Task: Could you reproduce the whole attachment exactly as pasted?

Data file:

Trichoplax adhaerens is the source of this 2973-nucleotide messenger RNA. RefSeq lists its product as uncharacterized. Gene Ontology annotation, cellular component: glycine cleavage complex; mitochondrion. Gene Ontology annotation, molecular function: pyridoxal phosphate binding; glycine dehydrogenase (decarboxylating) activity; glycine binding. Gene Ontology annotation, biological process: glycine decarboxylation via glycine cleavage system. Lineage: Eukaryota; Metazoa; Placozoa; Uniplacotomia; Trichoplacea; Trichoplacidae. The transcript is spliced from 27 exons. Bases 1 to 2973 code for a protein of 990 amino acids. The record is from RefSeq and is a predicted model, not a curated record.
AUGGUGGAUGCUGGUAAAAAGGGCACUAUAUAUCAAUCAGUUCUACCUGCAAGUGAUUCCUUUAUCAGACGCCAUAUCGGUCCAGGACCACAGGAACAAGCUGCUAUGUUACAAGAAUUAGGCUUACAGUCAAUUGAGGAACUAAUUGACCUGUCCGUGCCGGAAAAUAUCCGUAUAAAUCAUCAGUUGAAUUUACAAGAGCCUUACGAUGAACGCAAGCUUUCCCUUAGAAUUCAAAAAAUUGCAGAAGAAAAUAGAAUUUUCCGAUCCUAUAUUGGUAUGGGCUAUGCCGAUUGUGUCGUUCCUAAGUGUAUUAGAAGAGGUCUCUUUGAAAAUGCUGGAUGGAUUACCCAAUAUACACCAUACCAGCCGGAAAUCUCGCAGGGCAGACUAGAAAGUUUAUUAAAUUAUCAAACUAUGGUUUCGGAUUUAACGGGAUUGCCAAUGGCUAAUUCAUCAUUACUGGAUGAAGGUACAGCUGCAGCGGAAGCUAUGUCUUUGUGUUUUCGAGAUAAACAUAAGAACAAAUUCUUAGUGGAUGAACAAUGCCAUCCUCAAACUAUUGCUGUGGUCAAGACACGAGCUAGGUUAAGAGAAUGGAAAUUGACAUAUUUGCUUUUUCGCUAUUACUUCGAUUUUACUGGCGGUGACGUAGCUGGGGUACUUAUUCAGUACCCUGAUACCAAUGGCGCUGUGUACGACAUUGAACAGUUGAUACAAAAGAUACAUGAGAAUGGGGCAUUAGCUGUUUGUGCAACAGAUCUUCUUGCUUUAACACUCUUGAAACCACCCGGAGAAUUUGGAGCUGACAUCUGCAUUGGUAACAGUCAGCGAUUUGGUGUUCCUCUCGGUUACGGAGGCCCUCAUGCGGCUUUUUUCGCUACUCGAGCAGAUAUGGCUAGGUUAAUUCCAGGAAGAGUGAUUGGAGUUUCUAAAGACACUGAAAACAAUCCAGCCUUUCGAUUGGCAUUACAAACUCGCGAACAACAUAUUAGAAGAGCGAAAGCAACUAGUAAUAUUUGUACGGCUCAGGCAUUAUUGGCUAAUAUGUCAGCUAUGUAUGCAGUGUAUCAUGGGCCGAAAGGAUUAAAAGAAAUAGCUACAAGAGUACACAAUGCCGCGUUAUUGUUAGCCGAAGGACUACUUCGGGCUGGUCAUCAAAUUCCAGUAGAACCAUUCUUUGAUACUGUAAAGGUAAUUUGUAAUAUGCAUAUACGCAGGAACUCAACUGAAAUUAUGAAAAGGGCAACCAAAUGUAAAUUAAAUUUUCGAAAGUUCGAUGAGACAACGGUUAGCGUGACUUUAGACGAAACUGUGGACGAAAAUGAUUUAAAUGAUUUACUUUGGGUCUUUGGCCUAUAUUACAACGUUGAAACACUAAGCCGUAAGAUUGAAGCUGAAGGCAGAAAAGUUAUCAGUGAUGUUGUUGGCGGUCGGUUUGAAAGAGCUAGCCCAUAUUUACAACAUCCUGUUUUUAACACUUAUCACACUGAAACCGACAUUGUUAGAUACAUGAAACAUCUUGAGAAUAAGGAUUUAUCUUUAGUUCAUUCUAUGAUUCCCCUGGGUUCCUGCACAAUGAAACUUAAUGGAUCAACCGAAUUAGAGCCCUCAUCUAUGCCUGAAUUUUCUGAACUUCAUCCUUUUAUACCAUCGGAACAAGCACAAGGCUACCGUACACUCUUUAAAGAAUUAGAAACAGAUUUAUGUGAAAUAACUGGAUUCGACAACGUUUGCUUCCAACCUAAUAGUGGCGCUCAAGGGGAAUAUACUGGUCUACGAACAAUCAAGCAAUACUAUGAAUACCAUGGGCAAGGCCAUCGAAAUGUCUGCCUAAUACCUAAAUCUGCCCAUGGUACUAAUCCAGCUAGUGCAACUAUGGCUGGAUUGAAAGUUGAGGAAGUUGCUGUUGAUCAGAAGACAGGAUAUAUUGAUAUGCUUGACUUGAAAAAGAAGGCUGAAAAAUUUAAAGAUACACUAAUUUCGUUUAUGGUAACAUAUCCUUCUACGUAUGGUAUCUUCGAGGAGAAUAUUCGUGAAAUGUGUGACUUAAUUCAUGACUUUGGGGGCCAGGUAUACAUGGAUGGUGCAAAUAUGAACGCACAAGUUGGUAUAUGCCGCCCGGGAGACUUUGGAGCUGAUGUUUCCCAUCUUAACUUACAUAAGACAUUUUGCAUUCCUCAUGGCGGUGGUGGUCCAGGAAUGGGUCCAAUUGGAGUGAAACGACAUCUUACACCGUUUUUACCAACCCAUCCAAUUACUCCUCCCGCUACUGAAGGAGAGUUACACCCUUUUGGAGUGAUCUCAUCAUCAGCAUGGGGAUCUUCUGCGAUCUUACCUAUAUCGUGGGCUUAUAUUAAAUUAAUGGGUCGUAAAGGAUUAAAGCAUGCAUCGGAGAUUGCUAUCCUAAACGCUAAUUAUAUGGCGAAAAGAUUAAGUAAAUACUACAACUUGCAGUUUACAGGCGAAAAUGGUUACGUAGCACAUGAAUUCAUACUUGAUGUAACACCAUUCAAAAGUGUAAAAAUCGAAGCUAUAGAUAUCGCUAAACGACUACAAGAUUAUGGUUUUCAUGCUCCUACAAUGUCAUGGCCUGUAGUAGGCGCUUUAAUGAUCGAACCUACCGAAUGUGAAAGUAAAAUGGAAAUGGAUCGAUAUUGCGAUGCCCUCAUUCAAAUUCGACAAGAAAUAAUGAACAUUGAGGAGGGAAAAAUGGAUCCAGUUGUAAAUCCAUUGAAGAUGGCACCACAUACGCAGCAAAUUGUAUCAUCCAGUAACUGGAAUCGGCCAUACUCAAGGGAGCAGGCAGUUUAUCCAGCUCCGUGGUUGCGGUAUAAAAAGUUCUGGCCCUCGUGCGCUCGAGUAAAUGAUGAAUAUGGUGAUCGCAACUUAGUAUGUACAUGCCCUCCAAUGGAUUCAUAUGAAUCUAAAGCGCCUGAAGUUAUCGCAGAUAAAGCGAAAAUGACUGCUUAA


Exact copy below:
Trichoplax adhaerens is the source of this 2973-nucleotide messenger RNA. RefSeq lists its product as uncharacterized. Gene Ontology annotation, cellular component: glycine cleavage complex; mitochondrion. Gene Ontology annotation, molecular function: pyridoxal phosphate binding; glycine dehydrogenase (decarboxylating) activity; glycine binding. Gene Ontology annotation, biological process: glycine decarboxylation via glycine cleavage system. Lineage: Eukaryota; Metazoa; Placozoa; Uniplacotomia; Trichoplacea; Trichoplacidae. The transcript is spliced from 27 exons. Bases 1 to 2973 code for a protein of 990 amino acids. The record is from RefSeq and is a predicted model, not a curated record.
AUGGUGGAUGCUGGUAAAAAGGGCACUAUAUAUCAAUCAGUUCUACCUGCAAGUGAUUCCUUUAUCAGACGCCAUAUCGGUCCAGGACCACAGGAACAAGCUGCUAUGUUACAAGAAUUAGGCUUACAGUCAAUUGAGGAACUAAUUGACCUGUCCGUGCCGGAAAAUAUCCGUAUAAAUCAUCAGUUGAAUUUACAAGAGCCUUACGAUGAACGCAAGCUUUCCCUUAGAAUUCAAAAAAUUGCAGAAGAAAAUAGAAUUUUCCGAUCCUAUAUUGGUAUGGGCUAUGCCGAUUGUGUCGUUCCUAAGUGUAUUAGAAGAGGUCUCUUUGAAAAUGCUGGAUGGAUUACCCAAUAUACACCAUACCAGCCGGAAAUCUCGCAGGGCAGACUAGAAAGUUUAUUAAAUUAUCAAACUAUGGUUUCGGAUUUAACGGGAUUGCCAAUGGCUAAUUCAUCAUUACUGGAUGAAGGUACAGCUGCAGCGGAAGCUAUGUCUUUGUGUUUUCGAGAUAAACAUAAGAACAAAUUCUUAGUGGAUGAACAAUGCCAUCCUCAAACUAUUGCUGUGGUCAAGACACGAGCUAGGUUAAGAGAAUGGAAAUUGACAUAUUUGCUUUUUCGCUAUUACUUCGAUUUUACUGGCGGUGACGUAGCUGGGGUACUUAUUCAGUACCCUGAUACCAAUGGCGCUGUGUACGACAUUGAACAGUUGAUACAAAAGAUACAUGAGAAUGGGGCAUUAGCUGUUUGUGCAACAGAUCUUCUUGCUUUAACACUCUUGAAACCACCCGGAGAAUUUGGAGCUGACAUCUGCAUUGGUAACAGUCAGCGAUUUGGUGUUCCUCUCGGUUACGGAGGCCCUCAUGCGGCUUUUUUCGCUACUCGAGCAGAUAUGGCUAGGUUAAUUCCAGGAAGAGUGAUUGGAGUUUCUAAAGACACUGAAAACAAUCCAGCCUUUCGAUUGGCAUUACAAACUCGCGAACAACAUAUUAGAAGAGCGAAAGCAACUAGUAAUAUUUGUACGGCUCAGGCAUUAUUGGCUAAUAUGUCAGCUAUGUAUGCAGUGUAUCAUGGGCCGAAAGGAUUAAAAGAAAUAGCUACAAGAGUACACAAUGCCGCGUUAUUGUUAGCCGAAGGACUACUUCGGGCUGGUCAUCAAAUUCCAGUAGAACCAUUCUUUGAUACUGUAAAGGUAAUUUGUAAUAUGCAUAUACGCAGGAACUCAACUGAAAUUAUGAAAAGGGCAACCAAAUGUAAAUUAAAUUUUCGAAAGUUCGAUGAGACAACGGUUAGCGUGACUUUAGACGAAACUGUGGACGAAAAUGAUUUAAAUGAUUUACUUUGGGUCUUUGGCCUAUAUUACAACGUUGAAACACUAAGCCGUAAGAUUGAAGCUGAAGGCAGAAAAGUUAUCAGUGAUGUUGUUGGCGGUCGGUUUGAAAGAGCUAGCCCAUAUUUACAACAUCCUGUUUUUAACACUUAUCACACUGAAACCGACAUUGUUAGAUACAUGAAACAUCUUGAGAAUAAGGAUUUAUCUUUAGUUCAUUCUAUGAUUCCCCUGGGUUCCUGCACAAUGAAACUUAAUGGAUCAACCGAAUUAGAGCCCUCAUCUAUGCCUGAAUUUUCUGAACUUCAUCCUUUUAUACCAUCGGAACAAGCACAAGGCUACCGUACACUCUUUAAAGAAUUAGAAACAGAUUUAUGUGAAAUAACUGGAUUCGACAACGUUUGCUUCCAACCUAAUAGUGGCGCUCAAGGGGAAUAUACUGGUCUACGAACAAUCAAGCAAUACUAUGAAUACCAUGGGCAAGGCCAUCGAAAUGUCUGCCUAAUACCUAAAUCUGCCCAUGGUACUAAUCCAGCUAGUGCAACUAUGGCUGGAUUGAAAGUUGAGGAAGUUGCUGUUGAUCAGAAGACAGGAUAUAUUGAUAUGCUUGACUUGAAAAAGAAGGCUGAAAAAUUUAAAGAUACACUAAUUUCGUUUAUGGUAACAUAUCCUUCUACGUAUGGUAUCUUCGAGGAGAAUAUUCGUGAAAUGUGUGACUUAAUUCAUGACUUUGGGGGCCAGGUAUACAUGGAUGGUGCAAAUAUGAACGCACAAGUUGGUAUAUGCCGCCCGGGAGACUUUGGAGCUGAUGUUUCCCAUCUUAACUUACAUAAGACAUUUUGCAUUCCUCAUGGCGGUGGUGGUCCAGGAAUGGGUCCAAUUGGAGUGAAACGACAUCUUACACCGUUUUUACCAACCCAUCCAAUUACUCCUCCCGCUACUGAAGGAGAGUUACACCCUUUUGGAGUGAUCUCAUCAUCAGCAUGGGGAUCUUCUGCGAUCUUACCUAUAUCGUGGGCUUAUAUUAAAUUAAUGGGUCGUAAAGGAUUAAAGCAUGCAUCGGAGAUUGCUAUCCUAAACGCUAAUUAUAUGGCGAAAAGAUUAAGUAAAUACUACAACUUGCAGUUUACAGGCGAAAAUGGUUACGUAGCACAUGAAUUCAUACUUGAUGUAACACCAUUCAAAAGUGUAAAAAUCGAAGCUAUAGAUAUCGCUAAACGACUACAAGAUUAUGGUUUUCAUGCUCCUACAAUGUCAUGGCCUGUAGUAGGCGCUUUAAUGAUCGAACCUACCGAAUGUGAAAGUAAAAUGGAAAUGGAUCGAUAUUGCGAUGCCCUCAUUCAAAUUCGACAAGAAAUAAUGAACAUUGAGGAGGGAAAAAUGGAUCCAGUUGUAAAUCCAUUGAAGAUGGCACCACAUACGCAGCAAAUUGUAUCAUCCAGUAACUGGAAUCGGCCAUACUCAAGGGAGCAGGCAGUUUAUCCAGCUCCGUGGUUGCGGUAUAAAAAGUUCUGGCCCUCGUGCGCUCGAGUAAAUGAUGAAUAUGGUGAUCGCAACUUAGUAUGUACAUGCCCUCCAAUGGAUUCAUAUGAAUCUAAAGCGCCUGAAGUUAUCGCAGAUAAAGCGAAAAUGACUGCUUAA